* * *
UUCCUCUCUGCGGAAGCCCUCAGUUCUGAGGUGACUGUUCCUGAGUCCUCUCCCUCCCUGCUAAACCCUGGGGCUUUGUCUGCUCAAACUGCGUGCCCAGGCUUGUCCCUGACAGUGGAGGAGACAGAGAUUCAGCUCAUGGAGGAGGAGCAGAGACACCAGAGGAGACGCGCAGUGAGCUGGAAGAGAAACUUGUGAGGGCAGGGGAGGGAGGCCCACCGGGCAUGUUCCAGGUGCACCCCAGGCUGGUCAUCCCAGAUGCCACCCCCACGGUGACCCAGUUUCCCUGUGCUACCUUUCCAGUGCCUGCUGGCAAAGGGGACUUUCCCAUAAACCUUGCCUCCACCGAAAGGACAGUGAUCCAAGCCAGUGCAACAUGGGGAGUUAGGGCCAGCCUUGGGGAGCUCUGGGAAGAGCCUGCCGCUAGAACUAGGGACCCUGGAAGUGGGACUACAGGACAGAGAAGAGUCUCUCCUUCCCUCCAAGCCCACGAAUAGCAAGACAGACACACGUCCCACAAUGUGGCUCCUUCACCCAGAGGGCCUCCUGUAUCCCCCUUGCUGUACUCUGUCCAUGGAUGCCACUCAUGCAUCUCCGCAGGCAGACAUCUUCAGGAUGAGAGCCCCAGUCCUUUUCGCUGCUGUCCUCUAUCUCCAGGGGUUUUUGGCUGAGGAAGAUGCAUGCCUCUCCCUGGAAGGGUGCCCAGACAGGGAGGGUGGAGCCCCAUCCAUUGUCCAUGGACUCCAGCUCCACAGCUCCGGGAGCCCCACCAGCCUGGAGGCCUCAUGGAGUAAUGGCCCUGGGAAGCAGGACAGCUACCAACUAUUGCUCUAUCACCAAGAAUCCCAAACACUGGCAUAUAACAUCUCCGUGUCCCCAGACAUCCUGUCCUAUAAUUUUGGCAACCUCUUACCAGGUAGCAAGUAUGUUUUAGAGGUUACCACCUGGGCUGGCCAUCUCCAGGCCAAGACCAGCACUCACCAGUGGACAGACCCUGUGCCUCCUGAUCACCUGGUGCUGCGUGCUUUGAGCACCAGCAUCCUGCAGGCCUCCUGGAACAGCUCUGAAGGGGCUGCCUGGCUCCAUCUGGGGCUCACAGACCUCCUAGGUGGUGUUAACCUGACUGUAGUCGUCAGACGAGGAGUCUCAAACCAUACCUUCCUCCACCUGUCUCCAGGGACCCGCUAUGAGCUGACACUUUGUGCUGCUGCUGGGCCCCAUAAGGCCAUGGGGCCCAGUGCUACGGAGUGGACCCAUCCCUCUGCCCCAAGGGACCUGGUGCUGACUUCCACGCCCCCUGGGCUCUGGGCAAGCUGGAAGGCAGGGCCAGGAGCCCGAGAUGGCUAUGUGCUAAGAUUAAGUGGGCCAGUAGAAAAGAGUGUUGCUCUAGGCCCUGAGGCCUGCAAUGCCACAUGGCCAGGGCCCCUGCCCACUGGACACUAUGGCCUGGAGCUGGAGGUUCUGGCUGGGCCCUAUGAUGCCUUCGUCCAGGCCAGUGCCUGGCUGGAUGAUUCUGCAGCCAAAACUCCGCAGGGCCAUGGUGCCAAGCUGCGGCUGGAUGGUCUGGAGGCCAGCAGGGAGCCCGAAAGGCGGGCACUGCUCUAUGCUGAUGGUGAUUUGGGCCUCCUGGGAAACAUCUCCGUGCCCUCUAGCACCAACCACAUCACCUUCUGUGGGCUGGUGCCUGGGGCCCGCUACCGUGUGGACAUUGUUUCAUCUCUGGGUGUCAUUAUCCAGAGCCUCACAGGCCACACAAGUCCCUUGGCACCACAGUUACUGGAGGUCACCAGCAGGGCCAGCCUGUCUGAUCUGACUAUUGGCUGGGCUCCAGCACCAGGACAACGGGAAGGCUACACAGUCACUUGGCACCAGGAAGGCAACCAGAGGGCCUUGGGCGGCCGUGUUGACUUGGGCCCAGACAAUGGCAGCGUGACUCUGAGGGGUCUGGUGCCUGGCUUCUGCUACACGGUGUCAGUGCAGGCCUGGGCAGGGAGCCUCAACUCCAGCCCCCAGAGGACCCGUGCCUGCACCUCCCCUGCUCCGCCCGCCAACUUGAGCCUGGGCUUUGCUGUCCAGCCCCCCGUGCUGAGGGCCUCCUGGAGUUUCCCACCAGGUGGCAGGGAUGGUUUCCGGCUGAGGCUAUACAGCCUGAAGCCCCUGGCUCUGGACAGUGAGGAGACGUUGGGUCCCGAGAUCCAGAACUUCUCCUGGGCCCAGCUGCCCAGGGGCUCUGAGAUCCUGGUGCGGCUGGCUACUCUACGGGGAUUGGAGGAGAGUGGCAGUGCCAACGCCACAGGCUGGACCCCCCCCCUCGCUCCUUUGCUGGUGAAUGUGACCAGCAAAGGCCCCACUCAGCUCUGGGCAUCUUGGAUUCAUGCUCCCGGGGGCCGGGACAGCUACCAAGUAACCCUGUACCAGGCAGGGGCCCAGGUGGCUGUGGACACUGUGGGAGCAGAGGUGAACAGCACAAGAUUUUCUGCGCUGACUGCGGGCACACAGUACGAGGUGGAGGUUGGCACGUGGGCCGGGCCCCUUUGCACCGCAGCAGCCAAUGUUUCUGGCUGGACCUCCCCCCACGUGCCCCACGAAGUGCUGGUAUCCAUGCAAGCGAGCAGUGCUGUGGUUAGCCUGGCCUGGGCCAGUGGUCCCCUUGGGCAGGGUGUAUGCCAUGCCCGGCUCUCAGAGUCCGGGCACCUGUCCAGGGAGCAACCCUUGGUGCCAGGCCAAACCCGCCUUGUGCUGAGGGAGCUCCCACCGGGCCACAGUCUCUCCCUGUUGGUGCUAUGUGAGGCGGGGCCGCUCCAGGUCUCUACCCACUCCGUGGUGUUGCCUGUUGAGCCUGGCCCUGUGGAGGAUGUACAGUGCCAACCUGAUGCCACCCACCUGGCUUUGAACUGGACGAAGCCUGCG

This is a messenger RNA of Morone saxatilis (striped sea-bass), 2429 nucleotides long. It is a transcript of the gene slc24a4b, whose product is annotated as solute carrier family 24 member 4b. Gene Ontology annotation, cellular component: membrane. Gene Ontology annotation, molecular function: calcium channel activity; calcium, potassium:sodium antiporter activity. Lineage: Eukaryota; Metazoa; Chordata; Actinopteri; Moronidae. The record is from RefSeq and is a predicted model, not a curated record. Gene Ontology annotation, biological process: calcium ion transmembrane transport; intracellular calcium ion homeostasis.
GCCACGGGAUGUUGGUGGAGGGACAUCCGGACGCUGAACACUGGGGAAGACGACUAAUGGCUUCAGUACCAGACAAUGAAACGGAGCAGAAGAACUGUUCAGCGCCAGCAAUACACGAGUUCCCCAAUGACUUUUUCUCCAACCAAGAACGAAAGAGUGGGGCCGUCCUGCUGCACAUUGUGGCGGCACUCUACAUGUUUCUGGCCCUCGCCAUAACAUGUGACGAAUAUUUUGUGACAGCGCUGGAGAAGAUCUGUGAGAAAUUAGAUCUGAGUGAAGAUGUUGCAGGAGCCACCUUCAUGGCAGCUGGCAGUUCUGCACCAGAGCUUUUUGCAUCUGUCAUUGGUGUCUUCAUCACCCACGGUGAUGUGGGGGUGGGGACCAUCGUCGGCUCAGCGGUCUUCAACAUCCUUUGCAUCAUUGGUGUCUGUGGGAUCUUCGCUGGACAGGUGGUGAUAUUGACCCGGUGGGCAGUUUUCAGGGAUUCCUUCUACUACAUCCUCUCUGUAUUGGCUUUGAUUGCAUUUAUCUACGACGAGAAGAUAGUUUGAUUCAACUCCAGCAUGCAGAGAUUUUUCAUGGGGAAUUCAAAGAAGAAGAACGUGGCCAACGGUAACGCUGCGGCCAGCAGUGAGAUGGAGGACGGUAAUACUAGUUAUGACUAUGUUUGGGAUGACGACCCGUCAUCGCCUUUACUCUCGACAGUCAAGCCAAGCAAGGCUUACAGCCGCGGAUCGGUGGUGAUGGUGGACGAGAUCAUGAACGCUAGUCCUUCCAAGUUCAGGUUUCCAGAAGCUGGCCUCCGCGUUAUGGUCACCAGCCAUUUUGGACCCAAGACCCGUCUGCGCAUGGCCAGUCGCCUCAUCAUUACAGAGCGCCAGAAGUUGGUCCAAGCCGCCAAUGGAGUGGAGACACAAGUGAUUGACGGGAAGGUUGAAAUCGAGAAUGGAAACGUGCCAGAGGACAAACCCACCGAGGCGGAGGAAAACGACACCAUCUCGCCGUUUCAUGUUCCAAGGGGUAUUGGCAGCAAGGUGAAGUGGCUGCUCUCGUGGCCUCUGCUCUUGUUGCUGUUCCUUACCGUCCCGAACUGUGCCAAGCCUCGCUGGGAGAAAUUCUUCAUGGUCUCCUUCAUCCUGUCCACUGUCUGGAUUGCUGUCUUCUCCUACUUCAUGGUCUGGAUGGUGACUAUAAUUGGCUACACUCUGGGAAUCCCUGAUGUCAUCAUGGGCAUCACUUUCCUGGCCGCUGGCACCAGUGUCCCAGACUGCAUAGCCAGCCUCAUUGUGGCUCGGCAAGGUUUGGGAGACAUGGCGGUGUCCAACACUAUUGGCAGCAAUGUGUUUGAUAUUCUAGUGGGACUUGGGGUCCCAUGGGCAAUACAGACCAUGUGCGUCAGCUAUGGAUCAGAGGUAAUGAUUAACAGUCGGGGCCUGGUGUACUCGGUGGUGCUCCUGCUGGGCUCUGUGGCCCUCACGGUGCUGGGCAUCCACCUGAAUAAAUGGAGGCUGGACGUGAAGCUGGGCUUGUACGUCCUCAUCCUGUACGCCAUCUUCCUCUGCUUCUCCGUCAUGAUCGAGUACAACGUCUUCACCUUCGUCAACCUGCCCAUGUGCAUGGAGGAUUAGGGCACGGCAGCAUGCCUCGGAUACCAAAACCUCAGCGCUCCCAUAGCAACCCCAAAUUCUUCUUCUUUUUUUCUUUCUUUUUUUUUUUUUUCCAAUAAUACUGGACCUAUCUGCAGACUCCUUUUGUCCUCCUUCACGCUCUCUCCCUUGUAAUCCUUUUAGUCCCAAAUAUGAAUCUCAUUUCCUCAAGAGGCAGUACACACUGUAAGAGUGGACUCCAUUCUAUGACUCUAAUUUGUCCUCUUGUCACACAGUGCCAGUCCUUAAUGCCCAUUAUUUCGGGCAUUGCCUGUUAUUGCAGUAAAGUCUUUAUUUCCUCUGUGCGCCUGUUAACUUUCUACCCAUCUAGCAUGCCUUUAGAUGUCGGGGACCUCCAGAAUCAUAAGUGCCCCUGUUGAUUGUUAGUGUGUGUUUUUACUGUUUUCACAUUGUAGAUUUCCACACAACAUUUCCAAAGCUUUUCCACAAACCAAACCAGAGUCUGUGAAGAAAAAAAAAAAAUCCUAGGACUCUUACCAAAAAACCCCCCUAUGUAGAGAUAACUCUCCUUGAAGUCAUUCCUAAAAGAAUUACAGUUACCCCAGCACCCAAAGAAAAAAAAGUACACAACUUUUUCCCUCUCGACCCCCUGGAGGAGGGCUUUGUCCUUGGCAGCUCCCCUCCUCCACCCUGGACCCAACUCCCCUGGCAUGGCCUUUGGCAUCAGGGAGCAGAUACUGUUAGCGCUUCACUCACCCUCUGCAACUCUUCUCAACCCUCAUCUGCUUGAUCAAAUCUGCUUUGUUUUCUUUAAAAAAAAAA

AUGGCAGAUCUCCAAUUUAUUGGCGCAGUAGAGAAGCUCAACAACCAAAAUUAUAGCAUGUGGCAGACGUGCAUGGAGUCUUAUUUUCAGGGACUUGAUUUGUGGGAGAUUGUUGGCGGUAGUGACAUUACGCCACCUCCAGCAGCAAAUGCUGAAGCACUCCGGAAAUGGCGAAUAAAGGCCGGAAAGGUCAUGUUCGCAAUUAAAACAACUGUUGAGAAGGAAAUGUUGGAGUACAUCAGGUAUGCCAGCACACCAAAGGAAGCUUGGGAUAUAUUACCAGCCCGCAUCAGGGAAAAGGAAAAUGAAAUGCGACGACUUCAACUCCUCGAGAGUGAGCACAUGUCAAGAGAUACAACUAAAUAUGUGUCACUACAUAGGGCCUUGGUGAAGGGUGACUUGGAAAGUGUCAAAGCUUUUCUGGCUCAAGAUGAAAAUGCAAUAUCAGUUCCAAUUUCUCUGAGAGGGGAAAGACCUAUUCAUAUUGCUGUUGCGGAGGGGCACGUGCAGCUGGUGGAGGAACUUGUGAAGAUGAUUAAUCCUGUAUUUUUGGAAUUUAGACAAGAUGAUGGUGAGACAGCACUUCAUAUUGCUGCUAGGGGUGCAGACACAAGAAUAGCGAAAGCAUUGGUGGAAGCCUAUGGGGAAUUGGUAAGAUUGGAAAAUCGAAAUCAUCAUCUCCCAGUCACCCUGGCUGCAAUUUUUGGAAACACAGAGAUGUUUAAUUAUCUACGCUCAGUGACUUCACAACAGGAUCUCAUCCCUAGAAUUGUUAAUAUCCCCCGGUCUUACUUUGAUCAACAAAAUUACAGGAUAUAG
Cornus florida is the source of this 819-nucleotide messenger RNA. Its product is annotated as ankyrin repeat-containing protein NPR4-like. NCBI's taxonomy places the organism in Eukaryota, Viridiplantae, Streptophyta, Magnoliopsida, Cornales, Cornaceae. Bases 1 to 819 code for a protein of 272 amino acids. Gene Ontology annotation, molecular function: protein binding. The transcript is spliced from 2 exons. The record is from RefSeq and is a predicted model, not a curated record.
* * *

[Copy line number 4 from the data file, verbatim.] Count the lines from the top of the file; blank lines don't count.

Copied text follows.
AUGGCAGAUCUCCAAUUUAUUGGCGCAGUAGAGAAGCUCAACAACCAAAAUUAUAGCAUGUGGCAGACGUGCAUGGAGUCUUAUUUUCAGGGACUUGAUUUGUGGGAGAUUGUUGGCGGUAGUGACAUUACGCCACCUCCAGCAGCAAAUGCUGAAGCACUCCGGAAAUGGCGAAUAAAGGCCGGAAAGGUCAUGUUCGCAAUUAAAACAACUGUUGAGAAGGAAAUGUUGGAGUACAUCAGGUAUGCCAGCACACCAAAGGAAGCUUGGGAUAUAUUACCAGCCCGCAUCAGGGAAAAGGAAAAUGAAAUGCGACGACUUCAACUCCUCGAGAGUGAGCACAUGUCAAGAGAUACAACUAAAUAUGUGUCACUACAUAGGGCCUUGGUGAAGGGUGACUUGGAAAGUGUCAAAGCUUUUCUGGCUCAAGAUGAAAAUGCAAUAUCAGUUCCAAUUUCUCUGAGAGGGGAAAGACCUAUUCAUAUUGCUGUUGCGGAGGGGCACGUGCAGCUGGUGGAGGAACUUGUGAAGAUGAUUAAUCCUGUAUUUUUGGAAUUUAGACAAGAUGAUGGUGAGACAGCACUUCAUAUUGCUGCUAGGGGUGCAGACACAAGAAUAGCGAAAGCAUUGGUGGAAGCCUAUGGGGAAUUGGUAAGAUUGGAAAAUCGAAAUCAUCAUCUCCCAGUCACCCUGGCUGCAAUUUUUGGAAACACAGAGAUGUUUAAUUAUCUACGCUCAGUGACUUCACAACAGGAUCUCAUCCCUAGAAUUGUUAAUAUCCCCCGGUCUUACUUUGAUCAACAAAAUUACAGGAUAUAG